Henry S. Kesler
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Henry S. Kesler
Henry S. Kesler
Born(1907-04-24)April 24, 1907
DiedMay 15, 1997(1997-05-15) (aged 90)
Salt Lake City, Utah
Helen Dart (div.)
Josefina de los Monteros (div.)
Nancy Lee Hurt

Henry S. Kesler (April 24, 1907 - May 15, 1997) was an American assistant director, second unit director, and director on over 240 films and television programs. A grandson of Joseph F. Smith, Kesler was an active member of The Church of Jesus Christ of Latter-day Saints (LDS Church).

Early life

Henry "Hank" Smith Kesler was born on April 24, 1907, in the Beehive House in Salt Lake City[1] to Alonzo Pratt Kesler and Donnette Smith Kesler.[2] He was the fourth of their six children.[1] He was the grandson of Joseph F. Smith, who was a president of the LDS Church.[2] When he was 11 years old, his father died.[2] Kesler was baptized into the LDS Church in 1915 by Joseph F. Smith. He attended Teacher Training Junior High School through the LDS High School. He went on to attend the University of Utah and majored in business.[1] Kesler was called to serve as a missionary for the church during his study at the University of Utah. He served in Germany and Austria during the years 1927 to 1929. After returning, he resumed studying.[1]


Kesler left Utah in 1932 during the Great Depression to go to Southern California. However, the company he went with declared bankruptcy. Instead, he found a job with Robert Nash the business manager, for actress Anne Harding. When Nash left, Kesler was left to continue his business, beginning his career in the film industry. He held this position for three years.[1][2]

Kesler entered the film industry by working with Robert Nash.[1] Among his first clients in California was Hopalong Cassidy. Kesler decided to become a production manager instead of a business manager. He was a production manager on The History ofBaseball. He was unemployed for a time after that production was finished. He got a job with Paramount Pictures as a second assistant director from 1938 to 1943. He worked with William Wyler, Billy Wilder, and Cecil B. DeMille. He occasionally worked as a second unit director.[2]

After working with Paramount, Kesler went to work with the United Artists from 1944 to 1948. Then he worked for Columbia Pictures from 1949 to 1953 as an associate producer and second unit director.[3] He got his first directing position with Three Russian Girls which was released in 1943.[2]

Kesler returned to work with the United Artists in 1953, but began working at ZIV Television later that year. He would work with that company until 1959, taking a 10-week break in 1957 to work with the United Artists once more.[3] He worked in various positions and with a number of directors including Andrew Stone, Hunt Stromberg, and James Nasser. He later helped writer Steven Fisher with the story line of Tokyo Joe.[2] This script was sold to Humphrey Bogart in 1949 when he organized Santana Pictures. Kesler became Bogart's associate producer and worked with him on subsequent films.[1]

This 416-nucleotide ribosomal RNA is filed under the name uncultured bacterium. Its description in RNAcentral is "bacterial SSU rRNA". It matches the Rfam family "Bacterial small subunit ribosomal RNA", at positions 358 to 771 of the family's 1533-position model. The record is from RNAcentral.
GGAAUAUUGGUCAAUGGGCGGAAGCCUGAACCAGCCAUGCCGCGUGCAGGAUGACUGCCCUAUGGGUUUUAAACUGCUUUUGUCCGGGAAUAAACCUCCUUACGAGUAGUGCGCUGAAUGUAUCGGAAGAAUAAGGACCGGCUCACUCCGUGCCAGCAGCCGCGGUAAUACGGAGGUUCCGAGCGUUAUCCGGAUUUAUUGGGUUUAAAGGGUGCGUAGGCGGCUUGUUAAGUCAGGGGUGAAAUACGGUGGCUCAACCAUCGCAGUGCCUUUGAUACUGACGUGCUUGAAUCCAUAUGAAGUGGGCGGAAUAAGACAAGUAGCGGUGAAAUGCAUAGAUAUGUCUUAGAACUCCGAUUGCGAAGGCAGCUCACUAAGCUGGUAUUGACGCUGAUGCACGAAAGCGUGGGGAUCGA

With his transition to ZIV, Kesler entered the world of television. He became a television producer and director for shows like I Led Three Lives and Highway Patrol (TV series).[2] Kesler directed over 40 episodes of the television show I led Three Lives.[4] He worked for ZIV Studios until it was sold to United Artists. Then Kesler went to MCA Television Enterprises where he continued to direct and produce television shows.[2] In 1960, he worked at Universal Studios, and the following year worked on Police Doctor for NBC.[1]

Kesler left the film industry in the early 1960s and became the vice president of 1100 Glendon Inc, a construction company. In 1966, he retired in Los Angeles, having produced over 240 movies and television shows during his career.[2] He died on May 15, 1997, in Salt Lake City.[5]

Personal life

Kesler married Helen Dart in 1931, but the couple later divorced.[5] Kesler met Josefina de los Monteros in 1942 in Beverly Hills. They were married, but divorced in 1943. Josefina accused Kesler of beating her.[6] He married Nancy Lee Hurt on March 11, 1945.[1] The couple had three children. Their son Henry died shortly after he was born, however, and only two lived to adulthood.[2] He was sealed to his wife on June 28, 1973.[1]

Throughout his life, Kesler was a member of the LDS Church. He admitted that he lost track of his religion during his years in the film industry. He realized its importance in his life when he had his own children. He became more active in his later life and produced the Festival of Christmas at the Los Angeles Temple for 5 years.[7]

Selected filmography


  1. ^ a b c d e f g h i j Kesler, Henry Smith. "Autobiography" [Print]. Henry S. Kesler papers, Box: 1, File: 2. Provo, Utah: L. Tom Perry Special Collections, Brigham Young University.
  2. ^ a b c d e f g h i j k "Henry S. Kesler Collection" (1988). Prepared for the L. Tom Perry Special Collections, Provo, UT. Retrieved June 23, 2016.
  3. ^ a b Kesler, Henry Smith. "Resume" [Print]. Henry S. Kesler papers, Box: 1, File: 2. Provo, Utah: L. Tom Perry Special Collections, Brigham Young University.
  4. ^ Hooper, Hedda (14 May 1956). "In Hollywood". Valley Morning Star. Retrieved 2016.
  5. ^ a b "Death: Henry Smith Kesler". Deseret News. 17 May 1997. Retrieved 2016.
  6. ^ "Heiress Divorced from Film Director". Oakland Tribune. 15 Dec 1943. Retrieved 2016.
  7. ^ Nelson, Richard Alan (7 Nov 1974). "TV Pioneer Henry Kesler Says "Hard to be LDS in Filmdom"". California Intermountain News. pp. 3-5.
  8. ^ "Henry S. Kesler". Turner Classic Movies. Retrieved 2016.

External links

  This article uses material from the Wikipedia page available here. It is released under the Creative Commons Attribution-Share-Alike License 3.0.



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